“Ma’am,” he tipped his hat, just barely, and his eyes went back to his coffee. There was a faint pink lipstick mark on the lip of his cup and I wondered if it was Dotti’s. Something told me he wouldn’t share his name, so I gave him one: Cowboy.

“Coffee’s pretty good here, huh?” I said.

“Best in Bridgeport,” he slurred.

Bridgeport.. so that’s where we were. The last place I remember passing through was Carson City.

“What brings you to Lulu’s Diner?” said the cowboy.

“Mmm, I was on my way to LA, but there’s been a change of plans, so i’m headed to Kelso.”

“Kelso,” he smirked. “Why in god’s name were you on your way to LA? You tryin’ to be a big movie star?”

I took a slow sip of coffee and smiled. “Maybe, what’s wrong with that?” I remembered all the times I would tell Ed that I wanted to stay in LA. If not LA, then at least anywhere California. It was always a dream to be amongst the woozy atmosphere of Hollywood and venture out. Even to walk around for hours. Stay out all night. Eat pancakes across town. Drink gallons of coffee and write. Sleep on a beach. Work in the day for less than minimum wage at a cafe to save my soul for the things I loved. Anything. He never took me seriously when I shared my dreams of writing, or acting. Spending nights somewhere doing standup or attending an Improv class. I wanted to use my voice and release it into the world. To slather it across Hollywood and see who would have me. Ed was a ‘realist’ as he used to say, and time spent dreaming about such things was time wasted. He was an office manager and was asleep by 9 every night, without fail.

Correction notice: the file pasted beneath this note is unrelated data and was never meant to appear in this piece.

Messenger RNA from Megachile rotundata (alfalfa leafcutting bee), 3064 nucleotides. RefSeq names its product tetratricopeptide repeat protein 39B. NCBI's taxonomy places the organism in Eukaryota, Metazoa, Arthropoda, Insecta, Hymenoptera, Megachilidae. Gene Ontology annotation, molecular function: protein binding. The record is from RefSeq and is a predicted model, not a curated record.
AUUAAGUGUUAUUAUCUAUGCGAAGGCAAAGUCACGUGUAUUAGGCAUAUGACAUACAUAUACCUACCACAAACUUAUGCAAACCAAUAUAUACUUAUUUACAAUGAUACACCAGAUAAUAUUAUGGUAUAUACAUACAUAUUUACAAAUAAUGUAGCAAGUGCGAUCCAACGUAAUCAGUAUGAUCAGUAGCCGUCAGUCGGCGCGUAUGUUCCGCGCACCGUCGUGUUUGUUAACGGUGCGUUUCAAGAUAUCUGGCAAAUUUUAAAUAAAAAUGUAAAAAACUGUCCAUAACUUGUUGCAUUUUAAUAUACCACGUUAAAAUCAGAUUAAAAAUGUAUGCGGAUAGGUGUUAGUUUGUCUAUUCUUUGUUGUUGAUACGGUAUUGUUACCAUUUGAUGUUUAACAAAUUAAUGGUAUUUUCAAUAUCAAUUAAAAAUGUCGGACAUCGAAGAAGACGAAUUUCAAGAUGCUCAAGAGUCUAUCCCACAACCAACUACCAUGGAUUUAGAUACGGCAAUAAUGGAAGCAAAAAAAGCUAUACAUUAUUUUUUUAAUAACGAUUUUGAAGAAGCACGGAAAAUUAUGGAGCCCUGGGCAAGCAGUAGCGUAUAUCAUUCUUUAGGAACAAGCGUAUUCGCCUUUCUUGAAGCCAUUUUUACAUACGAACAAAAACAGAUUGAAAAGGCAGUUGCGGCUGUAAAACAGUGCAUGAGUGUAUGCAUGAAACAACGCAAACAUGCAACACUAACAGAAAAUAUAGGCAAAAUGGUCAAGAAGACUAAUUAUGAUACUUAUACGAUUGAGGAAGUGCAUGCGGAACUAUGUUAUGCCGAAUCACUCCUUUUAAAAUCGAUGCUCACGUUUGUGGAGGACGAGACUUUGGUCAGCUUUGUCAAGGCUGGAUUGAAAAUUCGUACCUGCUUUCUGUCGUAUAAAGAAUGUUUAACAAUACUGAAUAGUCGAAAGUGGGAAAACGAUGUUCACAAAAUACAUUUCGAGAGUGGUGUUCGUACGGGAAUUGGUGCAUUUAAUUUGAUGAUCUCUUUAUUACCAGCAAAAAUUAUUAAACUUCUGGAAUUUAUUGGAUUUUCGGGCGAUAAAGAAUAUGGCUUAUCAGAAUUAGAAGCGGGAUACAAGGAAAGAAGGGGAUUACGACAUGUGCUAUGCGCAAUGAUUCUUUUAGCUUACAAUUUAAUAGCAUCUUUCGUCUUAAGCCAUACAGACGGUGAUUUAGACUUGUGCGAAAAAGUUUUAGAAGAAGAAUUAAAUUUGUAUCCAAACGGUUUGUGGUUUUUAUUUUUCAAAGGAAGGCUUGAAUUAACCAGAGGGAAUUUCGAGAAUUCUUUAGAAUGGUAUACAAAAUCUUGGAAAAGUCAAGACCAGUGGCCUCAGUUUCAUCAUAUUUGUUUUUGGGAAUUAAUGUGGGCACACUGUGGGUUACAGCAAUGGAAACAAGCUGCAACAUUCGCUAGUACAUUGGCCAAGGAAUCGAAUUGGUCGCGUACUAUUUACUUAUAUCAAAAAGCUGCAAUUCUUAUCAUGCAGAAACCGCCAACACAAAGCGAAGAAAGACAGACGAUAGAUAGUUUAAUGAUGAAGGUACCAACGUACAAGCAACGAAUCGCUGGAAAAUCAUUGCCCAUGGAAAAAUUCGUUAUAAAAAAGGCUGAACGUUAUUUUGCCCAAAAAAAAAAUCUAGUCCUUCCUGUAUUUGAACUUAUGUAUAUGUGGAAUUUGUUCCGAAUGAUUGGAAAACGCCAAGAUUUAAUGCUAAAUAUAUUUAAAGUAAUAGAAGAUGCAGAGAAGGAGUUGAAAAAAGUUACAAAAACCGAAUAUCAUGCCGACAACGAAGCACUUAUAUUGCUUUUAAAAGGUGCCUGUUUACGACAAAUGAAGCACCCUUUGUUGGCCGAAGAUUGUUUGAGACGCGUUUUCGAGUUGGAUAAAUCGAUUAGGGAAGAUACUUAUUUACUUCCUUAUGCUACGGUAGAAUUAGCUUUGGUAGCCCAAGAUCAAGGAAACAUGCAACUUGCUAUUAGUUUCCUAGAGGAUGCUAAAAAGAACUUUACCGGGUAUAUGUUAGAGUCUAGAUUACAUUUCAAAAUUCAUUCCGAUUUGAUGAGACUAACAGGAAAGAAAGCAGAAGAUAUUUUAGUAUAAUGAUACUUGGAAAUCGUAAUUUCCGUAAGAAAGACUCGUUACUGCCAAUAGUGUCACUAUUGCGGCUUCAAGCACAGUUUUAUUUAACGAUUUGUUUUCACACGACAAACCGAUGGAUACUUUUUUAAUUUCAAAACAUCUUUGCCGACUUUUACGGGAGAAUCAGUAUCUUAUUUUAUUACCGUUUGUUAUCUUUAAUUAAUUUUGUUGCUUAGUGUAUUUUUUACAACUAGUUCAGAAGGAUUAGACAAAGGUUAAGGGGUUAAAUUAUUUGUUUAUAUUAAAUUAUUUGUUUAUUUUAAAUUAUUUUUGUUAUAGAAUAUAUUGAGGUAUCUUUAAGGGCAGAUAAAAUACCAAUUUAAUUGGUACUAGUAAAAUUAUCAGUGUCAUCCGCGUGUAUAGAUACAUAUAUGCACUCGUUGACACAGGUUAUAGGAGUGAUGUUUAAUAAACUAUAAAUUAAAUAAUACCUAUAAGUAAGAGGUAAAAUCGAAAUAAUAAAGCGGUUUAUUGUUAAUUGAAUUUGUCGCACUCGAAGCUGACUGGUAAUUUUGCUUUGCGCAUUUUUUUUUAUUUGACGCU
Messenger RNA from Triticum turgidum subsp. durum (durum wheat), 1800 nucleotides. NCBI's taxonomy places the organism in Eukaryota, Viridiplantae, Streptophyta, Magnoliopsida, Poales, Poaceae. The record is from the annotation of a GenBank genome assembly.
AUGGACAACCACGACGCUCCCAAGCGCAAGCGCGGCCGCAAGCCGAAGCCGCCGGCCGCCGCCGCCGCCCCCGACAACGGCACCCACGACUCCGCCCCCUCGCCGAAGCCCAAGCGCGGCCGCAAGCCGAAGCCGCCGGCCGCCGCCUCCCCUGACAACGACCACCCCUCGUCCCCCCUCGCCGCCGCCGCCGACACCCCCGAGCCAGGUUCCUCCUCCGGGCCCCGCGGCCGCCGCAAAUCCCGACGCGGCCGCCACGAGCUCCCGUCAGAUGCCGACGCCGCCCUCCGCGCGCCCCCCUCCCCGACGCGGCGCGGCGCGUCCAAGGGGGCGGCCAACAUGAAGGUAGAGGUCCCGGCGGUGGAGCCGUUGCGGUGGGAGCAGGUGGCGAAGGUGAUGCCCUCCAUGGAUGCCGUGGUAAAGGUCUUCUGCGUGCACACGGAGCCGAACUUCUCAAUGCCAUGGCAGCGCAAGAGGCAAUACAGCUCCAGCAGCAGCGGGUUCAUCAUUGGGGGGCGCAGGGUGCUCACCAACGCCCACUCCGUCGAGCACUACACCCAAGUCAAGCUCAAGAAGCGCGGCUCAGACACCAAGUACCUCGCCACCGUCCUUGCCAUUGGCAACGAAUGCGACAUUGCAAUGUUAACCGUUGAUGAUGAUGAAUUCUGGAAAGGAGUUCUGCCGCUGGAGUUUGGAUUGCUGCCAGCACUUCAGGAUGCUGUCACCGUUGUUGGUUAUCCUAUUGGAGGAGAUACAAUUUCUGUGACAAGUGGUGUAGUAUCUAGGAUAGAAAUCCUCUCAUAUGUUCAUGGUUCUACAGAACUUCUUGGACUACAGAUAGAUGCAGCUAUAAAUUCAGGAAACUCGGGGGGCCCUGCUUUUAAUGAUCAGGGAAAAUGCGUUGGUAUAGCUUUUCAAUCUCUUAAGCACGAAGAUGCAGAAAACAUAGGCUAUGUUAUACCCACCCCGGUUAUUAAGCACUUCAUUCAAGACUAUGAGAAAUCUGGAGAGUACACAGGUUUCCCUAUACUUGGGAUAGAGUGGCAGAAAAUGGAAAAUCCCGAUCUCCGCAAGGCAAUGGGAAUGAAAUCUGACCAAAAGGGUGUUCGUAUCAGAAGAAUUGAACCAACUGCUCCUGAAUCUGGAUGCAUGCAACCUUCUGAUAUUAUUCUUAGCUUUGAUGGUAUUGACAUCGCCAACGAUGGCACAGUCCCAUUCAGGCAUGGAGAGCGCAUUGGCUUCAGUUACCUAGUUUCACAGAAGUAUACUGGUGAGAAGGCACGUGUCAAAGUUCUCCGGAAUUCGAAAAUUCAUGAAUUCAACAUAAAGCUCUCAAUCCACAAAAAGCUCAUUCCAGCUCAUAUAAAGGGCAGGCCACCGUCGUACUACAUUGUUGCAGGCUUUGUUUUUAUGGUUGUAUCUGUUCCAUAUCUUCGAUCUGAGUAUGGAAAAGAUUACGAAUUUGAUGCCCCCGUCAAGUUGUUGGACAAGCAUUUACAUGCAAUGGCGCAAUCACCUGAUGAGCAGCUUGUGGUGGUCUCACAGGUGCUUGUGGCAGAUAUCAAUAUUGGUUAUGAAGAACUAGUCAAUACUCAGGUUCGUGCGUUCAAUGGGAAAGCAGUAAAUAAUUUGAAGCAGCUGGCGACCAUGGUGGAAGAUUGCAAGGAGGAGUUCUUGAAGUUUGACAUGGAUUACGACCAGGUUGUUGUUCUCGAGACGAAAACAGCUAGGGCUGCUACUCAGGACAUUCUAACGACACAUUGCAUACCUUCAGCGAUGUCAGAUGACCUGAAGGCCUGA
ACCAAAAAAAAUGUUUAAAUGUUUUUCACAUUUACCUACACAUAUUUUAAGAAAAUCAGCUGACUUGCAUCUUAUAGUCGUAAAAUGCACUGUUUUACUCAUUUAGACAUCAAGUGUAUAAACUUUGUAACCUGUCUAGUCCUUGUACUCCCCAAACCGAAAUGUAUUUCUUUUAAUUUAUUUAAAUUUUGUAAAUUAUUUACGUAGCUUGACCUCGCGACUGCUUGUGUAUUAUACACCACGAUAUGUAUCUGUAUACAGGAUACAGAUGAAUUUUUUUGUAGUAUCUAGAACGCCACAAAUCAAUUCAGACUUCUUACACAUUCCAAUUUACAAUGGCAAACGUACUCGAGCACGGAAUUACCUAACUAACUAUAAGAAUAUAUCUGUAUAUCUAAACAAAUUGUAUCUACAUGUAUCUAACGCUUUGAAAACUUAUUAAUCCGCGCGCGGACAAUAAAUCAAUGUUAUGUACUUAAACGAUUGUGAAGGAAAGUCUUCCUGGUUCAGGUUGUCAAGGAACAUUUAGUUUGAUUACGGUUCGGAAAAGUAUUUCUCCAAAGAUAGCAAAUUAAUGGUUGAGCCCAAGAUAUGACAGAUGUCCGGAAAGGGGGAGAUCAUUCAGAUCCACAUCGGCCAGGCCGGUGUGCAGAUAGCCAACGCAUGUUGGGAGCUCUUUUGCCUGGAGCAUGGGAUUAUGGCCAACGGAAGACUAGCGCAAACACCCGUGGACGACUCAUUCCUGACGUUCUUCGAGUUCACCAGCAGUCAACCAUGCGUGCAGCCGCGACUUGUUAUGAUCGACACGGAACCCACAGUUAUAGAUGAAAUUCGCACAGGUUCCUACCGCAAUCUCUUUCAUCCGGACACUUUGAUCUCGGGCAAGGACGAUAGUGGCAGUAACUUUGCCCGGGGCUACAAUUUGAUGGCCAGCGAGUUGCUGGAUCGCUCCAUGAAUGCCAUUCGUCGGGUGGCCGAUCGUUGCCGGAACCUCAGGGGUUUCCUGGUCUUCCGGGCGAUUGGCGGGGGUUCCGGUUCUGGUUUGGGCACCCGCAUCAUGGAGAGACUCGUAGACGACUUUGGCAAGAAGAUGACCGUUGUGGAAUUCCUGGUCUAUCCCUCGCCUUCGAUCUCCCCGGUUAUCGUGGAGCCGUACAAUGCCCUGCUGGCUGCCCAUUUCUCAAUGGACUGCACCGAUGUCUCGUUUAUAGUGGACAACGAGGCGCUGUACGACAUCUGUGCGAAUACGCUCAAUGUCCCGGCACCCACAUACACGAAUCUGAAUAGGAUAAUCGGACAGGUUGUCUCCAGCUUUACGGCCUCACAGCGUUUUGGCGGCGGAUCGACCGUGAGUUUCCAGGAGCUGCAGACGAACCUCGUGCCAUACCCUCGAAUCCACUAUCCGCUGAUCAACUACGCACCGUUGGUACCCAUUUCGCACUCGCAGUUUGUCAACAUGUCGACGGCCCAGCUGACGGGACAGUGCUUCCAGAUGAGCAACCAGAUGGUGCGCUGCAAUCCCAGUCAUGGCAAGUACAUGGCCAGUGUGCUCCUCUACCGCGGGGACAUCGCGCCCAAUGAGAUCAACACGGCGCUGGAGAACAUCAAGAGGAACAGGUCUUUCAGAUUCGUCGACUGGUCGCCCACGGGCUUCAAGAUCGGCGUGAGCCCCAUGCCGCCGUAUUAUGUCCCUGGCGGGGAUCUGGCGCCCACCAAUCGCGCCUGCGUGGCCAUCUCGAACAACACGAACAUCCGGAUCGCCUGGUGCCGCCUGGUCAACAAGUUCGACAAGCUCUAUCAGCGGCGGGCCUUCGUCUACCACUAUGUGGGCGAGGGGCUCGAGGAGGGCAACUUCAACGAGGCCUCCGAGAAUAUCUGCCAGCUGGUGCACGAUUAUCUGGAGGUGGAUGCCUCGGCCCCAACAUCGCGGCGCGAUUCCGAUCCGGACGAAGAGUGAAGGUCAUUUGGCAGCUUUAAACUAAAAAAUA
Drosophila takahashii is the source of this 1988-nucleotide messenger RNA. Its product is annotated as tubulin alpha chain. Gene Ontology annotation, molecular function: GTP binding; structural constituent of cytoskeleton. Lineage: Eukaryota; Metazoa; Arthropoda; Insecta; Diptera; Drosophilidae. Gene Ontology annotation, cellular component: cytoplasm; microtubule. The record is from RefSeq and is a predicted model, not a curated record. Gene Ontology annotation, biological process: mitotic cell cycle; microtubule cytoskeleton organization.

“So what do you do?”  I asked Cowboy.

He let out a sigh and raised a finger in the air to the waitress for a top-up. “I’m a rancher,” He squinted and tipped his hat to Dotti after she filled him up. “I’m just on my way to Borrego Springs to see my old man.”

Borrego Springs. The only thing I knew about that place was that it was in the middle of the desert. I always fantasized about traveling to the desert. Getting swallowed whole in its vastness. Staring up at a big sky and hallucinating on mirage and dehydration. How romantic. I felt aroused and terrified. Not in the way that I wanted to fuck this man. I was impressed with myself. Without even thinking it through, I quietly asked, “Can I come with you?”

He didn’t even look up. I watched the corner of his mouth slightly lift into a crooked smile. “Ain’t you got anything better to do, Miss Hollywood?”

“I’m figuring it out. Plus I’ve always wanted to get lost in a ghost town. Maybe this’ll spark some creativity. Maybe i’ll pick up a pen and write something.”